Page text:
MS-DOS (and the IBM PC-DOS which was licensed therefrom), and its predecessor, QDOS, was a successor to CP/M (Control Program / (for) Microcomputers)—which was the dominant operating system for 8-bit Intel 8080 and ZilogZ80 based microcomputers.
Early versions of Microsoft Windows were programs which ran under DOS. Later versions were launched under DOS but "extended" it by going into protected mode. Still later versions of MS Windows ran independently of DOS but included much of the old code such that it could run in virtual machines under the new OS and the latest versions of MS Windows are continually dropping ever more of the DOS ancestry.
Under Linux it's possible to run copies of DOS and many of its clones under dosemu (a Linux native virtual machine program for running real mode programs). There are a number of other emulators for running DOS under various versions of UNIX, even on non-x86 platforms.
Prior to (and to some extent concurrently) the development of the IBM PC compatible family of microcomputers, several other operating systems for other architectures were already known as DOS, notably:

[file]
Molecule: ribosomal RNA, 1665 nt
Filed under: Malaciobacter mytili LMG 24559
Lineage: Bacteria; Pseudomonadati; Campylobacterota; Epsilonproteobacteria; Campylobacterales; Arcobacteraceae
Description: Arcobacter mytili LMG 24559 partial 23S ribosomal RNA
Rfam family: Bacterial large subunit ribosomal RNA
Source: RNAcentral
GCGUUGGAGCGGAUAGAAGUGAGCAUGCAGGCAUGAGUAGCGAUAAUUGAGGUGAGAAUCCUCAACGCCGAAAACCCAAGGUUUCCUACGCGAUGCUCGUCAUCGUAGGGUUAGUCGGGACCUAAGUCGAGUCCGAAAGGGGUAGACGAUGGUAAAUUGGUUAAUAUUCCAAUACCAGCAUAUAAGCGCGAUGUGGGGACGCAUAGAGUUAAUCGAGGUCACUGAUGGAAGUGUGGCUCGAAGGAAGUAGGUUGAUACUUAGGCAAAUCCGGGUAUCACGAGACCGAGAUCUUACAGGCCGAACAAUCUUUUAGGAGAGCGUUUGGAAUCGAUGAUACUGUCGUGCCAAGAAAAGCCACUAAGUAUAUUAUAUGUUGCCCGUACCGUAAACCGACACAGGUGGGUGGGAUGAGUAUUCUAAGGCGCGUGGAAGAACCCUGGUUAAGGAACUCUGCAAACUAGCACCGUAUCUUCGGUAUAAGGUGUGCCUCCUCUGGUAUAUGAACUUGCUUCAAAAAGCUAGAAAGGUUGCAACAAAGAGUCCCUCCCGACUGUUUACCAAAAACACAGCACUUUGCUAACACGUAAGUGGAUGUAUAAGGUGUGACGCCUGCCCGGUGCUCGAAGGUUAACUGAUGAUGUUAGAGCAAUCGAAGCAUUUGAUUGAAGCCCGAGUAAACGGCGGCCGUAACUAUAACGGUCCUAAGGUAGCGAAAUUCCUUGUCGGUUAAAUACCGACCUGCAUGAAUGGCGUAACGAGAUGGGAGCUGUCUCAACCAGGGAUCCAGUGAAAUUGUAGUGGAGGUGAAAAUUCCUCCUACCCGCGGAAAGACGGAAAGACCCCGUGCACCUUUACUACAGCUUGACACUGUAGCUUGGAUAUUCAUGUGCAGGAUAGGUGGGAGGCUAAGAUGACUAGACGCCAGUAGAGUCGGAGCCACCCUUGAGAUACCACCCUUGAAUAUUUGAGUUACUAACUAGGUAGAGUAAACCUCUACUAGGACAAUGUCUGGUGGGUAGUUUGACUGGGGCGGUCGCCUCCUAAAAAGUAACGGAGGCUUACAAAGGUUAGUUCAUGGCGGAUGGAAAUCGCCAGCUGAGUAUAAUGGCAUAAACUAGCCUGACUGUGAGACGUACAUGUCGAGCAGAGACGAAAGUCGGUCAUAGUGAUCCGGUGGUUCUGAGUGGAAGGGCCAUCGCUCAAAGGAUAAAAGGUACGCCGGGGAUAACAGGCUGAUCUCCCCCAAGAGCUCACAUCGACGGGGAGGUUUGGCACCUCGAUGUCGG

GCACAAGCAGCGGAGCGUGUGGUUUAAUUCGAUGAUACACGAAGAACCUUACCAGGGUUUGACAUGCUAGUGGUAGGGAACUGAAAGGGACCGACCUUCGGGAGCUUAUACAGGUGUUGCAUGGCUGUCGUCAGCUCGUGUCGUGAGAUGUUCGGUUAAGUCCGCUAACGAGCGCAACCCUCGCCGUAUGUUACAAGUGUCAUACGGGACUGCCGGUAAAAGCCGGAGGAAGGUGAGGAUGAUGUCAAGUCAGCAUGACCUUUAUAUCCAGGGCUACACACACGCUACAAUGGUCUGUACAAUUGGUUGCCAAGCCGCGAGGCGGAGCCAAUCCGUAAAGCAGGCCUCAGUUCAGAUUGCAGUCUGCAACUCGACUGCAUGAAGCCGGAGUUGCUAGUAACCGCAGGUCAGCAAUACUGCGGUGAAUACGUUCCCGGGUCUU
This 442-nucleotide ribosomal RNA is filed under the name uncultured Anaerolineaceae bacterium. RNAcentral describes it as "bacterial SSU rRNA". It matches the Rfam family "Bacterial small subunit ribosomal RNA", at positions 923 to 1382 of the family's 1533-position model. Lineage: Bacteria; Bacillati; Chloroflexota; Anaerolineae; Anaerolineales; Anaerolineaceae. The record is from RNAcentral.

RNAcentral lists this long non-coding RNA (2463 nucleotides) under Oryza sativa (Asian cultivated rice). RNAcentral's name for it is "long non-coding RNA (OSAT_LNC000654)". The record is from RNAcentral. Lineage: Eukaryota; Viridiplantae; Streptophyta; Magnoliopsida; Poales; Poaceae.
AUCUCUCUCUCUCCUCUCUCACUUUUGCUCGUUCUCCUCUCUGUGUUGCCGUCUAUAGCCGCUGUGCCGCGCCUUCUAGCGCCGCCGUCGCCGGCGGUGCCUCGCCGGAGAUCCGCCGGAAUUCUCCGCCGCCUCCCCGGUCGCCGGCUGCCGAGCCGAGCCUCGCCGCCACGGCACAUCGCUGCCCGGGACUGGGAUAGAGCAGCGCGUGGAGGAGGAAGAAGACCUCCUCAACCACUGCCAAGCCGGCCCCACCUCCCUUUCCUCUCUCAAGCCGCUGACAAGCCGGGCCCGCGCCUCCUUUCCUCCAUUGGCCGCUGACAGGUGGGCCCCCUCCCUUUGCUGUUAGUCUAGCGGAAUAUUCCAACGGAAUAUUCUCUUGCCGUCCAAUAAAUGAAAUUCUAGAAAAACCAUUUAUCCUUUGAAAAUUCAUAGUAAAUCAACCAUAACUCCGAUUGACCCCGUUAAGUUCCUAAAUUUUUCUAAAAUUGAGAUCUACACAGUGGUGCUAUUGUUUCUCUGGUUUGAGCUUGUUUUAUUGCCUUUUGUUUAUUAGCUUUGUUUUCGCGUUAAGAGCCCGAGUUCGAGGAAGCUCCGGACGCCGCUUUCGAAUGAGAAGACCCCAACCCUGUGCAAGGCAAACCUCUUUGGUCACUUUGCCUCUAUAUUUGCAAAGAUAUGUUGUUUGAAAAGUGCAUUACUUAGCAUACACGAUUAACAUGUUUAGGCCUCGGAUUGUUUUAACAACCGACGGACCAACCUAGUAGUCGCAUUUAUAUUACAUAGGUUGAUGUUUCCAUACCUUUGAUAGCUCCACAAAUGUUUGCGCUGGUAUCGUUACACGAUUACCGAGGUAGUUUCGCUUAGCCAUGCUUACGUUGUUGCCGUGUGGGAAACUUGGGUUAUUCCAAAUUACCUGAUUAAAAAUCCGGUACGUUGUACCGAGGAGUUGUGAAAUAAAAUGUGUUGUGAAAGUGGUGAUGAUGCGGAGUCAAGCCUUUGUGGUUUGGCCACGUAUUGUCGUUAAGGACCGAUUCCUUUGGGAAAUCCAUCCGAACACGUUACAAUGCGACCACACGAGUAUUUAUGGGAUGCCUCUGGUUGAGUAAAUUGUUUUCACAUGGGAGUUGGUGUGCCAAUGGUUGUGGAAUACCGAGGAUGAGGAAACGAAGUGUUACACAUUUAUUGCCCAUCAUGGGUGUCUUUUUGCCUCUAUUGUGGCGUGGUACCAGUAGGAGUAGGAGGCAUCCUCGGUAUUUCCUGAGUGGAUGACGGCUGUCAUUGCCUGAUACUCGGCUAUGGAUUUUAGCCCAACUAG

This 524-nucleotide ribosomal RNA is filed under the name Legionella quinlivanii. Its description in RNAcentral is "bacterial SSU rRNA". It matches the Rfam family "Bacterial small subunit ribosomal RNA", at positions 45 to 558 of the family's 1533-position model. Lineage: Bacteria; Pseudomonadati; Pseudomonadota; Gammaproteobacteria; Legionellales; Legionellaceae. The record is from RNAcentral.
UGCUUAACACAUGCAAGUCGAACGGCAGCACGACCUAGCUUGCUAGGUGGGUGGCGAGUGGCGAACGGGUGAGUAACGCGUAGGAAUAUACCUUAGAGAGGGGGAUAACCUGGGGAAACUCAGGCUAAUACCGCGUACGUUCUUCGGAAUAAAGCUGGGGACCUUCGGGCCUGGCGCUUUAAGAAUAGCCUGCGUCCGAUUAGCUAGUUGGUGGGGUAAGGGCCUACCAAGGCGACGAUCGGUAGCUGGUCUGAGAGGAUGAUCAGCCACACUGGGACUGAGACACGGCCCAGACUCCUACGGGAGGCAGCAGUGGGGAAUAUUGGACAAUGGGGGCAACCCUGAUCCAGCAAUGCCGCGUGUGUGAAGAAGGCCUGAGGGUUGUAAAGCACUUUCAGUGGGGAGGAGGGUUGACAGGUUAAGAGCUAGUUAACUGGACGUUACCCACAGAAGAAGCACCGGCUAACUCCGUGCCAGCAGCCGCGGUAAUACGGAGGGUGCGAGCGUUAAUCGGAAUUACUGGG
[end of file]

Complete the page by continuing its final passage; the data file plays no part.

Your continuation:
The DOS initial/simple operating system for the IBMSystem/360 family of mainframe computers (it later became DOS/VSE, and was eventually just called VSE).
The DOS operating system for DECPDP-11minicomputers (this OS and the computers it ran on were nearly obsolete by the time PCs became common, with various descendents and other replacements).
The DOS operating system for the Apple Computer's Apple II family of computers. This was the primary operating system for this family from 1979 with the introduction of the Disk ][ floppy disk drive until 1983 with the introduction of ProDOS.